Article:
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Much of the post-Brexit analysis has focused on the uneven spread of economic growth across the country in recent years being a catalyst for people wanting to leave the EU. In response to this, the leader of the opposition, among others, has called for public investment to be redirected from London, to those regions that have been “left behind” and continue to struggle economically.
Meanwhile, the government is already taking steps to ensure the economy stays afloat, with the Chancellor proposing to cut rates of corporation tax in order to keep the UK attractive to investors.
Yet as decisions like these about the national economy and the national finances are made, we actually know very little about how and where revenues are generated across the country.
Understanding how and where taxes are generated is important and has implications for the decisions that the next government will take: how public services like health and education are funded; what money is available to invest in transport, infrastructure and housing; and where it would be best spent.
Our latest report, ‘10 years of tax: how cities contribute to the national exchequer’ begins to fill that gap in understanding. It analyses 10 years of data – a timespan which covers two governments and a global recession and reveals that the ‘fiscal map’ of Britain has become more polarised over the last 10 years, which raises concerns for the national exchequer, especially in the face of political and economic uncertainty and potential shocks to the economy.
The report also highlights the importance of cities to the national pot: in 2014/15 they accounted for 64 per cent of economy taxes. But while cities have consistently generated the lion’s share of national taxes over the decade, there is significant variation in the patterns of taxes generated between different cities over time:
…despite the total amount generated in cities growing from £283 billion in 2004/05 to £317 billion in 2014/15.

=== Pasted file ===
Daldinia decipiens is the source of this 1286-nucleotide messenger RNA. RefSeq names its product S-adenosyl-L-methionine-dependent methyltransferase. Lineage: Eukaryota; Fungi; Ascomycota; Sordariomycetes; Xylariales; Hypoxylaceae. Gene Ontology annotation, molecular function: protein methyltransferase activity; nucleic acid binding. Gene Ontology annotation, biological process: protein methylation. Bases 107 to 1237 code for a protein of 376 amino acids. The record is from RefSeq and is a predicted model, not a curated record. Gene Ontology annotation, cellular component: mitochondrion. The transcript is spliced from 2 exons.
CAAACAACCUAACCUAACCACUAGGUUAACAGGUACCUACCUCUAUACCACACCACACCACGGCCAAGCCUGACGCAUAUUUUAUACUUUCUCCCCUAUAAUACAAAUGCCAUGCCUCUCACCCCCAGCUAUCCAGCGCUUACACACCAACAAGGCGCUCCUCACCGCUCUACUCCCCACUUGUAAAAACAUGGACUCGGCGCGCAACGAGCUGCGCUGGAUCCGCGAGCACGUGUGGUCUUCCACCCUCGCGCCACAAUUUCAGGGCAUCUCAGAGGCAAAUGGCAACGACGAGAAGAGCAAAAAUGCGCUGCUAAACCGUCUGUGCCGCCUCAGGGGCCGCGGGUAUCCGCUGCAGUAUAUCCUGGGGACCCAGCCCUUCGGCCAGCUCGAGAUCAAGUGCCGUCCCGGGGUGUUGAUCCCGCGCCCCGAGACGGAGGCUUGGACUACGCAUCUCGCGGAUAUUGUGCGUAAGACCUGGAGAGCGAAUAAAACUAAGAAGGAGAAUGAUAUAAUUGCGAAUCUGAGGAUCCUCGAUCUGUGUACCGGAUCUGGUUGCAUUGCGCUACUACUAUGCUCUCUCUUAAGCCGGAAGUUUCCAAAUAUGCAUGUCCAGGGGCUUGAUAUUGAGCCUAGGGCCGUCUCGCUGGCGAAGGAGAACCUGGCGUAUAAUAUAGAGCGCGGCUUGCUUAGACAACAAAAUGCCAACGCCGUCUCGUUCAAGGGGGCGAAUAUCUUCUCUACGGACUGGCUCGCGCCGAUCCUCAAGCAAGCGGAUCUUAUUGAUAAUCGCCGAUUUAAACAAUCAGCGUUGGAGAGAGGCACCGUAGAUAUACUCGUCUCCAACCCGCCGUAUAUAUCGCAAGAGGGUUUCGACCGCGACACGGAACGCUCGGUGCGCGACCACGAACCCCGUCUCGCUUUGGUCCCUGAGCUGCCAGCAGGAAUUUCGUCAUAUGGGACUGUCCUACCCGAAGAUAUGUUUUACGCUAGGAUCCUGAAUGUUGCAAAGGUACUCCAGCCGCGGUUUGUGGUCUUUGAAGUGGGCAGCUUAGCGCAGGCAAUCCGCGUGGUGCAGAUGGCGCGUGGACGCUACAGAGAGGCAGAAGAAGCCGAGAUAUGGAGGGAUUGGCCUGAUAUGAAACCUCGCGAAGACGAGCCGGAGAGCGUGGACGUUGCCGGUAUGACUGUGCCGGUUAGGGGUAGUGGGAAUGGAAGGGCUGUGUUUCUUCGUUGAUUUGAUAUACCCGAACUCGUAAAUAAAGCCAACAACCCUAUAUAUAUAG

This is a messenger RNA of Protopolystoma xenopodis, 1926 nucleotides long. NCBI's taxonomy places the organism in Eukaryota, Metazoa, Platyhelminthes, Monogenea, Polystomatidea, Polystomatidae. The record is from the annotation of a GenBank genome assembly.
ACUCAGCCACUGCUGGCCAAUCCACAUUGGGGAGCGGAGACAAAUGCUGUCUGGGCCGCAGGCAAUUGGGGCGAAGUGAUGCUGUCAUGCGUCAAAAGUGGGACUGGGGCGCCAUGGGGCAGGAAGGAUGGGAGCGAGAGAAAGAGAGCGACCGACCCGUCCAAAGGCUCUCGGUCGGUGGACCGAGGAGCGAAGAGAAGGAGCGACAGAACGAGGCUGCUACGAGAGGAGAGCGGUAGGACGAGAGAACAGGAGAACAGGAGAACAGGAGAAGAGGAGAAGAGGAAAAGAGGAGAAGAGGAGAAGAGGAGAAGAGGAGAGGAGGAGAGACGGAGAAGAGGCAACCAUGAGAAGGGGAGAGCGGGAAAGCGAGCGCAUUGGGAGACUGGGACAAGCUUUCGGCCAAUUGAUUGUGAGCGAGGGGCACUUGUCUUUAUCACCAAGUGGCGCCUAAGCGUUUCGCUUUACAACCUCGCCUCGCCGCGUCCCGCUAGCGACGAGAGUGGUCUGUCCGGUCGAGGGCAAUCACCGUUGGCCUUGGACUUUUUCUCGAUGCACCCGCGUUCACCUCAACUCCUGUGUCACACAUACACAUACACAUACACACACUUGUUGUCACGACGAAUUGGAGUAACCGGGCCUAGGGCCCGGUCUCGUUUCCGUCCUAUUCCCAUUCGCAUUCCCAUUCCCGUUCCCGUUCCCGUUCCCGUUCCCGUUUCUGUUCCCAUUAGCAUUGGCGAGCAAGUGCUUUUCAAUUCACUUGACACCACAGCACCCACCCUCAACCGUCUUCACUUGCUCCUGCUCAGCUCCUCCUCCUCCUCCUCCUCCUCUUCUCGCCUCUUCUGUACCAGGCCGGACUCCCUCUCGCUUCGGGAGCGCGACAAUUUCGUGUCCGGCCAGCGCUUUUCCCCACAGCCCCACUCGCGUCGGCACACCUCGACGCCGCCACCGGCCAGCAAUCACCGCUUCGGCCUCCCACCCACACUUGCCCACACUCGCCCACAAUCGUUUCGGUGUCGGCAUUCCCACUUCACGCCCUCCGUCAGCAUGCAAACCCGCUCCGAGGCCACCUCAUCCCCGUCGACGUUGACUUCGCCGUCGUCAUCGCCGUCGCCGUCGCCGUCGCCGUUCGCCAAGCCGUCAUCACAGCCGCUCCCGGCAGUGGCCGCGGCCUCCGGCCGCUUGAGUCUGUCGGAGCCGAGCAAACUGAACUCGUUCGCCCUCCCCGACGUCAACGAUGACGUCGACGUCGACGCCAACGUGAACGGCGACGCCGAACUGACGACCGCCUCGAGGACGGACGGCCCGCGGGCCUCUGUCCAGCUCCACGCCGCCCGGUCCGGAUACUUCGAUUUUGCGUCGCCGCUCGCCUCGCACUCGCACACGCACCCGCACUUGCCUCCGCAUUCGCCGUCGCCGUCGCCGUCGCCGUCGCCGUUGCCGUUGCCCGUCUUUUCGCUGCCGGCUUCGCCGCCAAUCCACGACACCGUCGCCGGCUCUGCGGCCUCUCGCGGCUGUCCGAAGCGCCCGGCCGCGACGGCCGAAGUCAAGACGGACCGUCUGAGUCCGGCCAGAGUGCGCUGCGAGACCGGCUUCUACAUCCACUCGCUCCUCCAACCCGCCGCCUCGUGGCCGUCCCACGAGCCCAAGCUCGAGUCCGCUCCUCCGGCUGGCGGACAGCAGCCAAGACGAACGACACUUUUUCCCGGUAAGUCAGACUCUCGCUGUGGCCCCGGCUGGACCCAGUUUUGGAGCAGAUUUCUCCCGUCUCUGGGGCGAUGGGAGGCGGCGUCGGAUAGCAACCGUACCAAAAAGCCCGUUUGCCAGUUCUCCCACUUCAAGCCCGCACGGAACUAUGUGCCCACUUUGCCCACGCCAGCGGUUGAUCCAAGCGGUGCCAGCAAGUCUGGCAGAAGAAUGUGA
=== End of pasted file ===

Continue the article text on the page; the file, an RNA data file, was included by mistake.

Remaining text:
Workers in cities generated on average £2,682 more economy tax per job than non-city areas over the decade but 40 out of 62 British cities are today generating less tax per job than they did 10 years ago.
London aside, tax revenues generated in small and medium sized cities have increased more than in larger cities. But in total, those ‘fast growth’ small and medium sized cities added only slightly more tax to the national pot over the entire decade than Manchester, where tax receipts grew by only 1 per cent over the decade.
The capital generated just under 30% of the national economy taxes in 2014/15 – an increase of 5 percentage points on its share of the national ‘economy tax’ intake in 2004/5. Looking at labour taxes specifically (i.e. income tax and NICs) the change is even more staggering: the capital generated £91 billion in ‘work taxes’ in 2014/15 – more than the next 60 cities combined.
Part of the explanation for these trends is how the so-called ‘jobs miracle’ of the post-recession period has played out across cities. Most cities have more in jobs in them today than they did 10 years ago but many also generate less income tax than a decade ago, which suggests that wage levels have had a more significant impact on tax revenues than employment levels.
Our analysis also shows that the raising of the personal allowance affected the income tax take in some cities more than others. The income tax take in London today is 16 per cent lower than would have been if the personal allowance was held constant at 2004/05 levels, compared to 40 per cent lower in Wigan.
As the Government prepares for the anticipated economic uncertainty and potential slowdown as a result of Brexit, it is all the more vital for policy to focus on supporting the creation of high quality and high paying jobs in all cities. More of these types of jobs in cities will not only boost the prosperity of those individuals living and working there, but also they will also produce higher tax receipts for the Exchequer.
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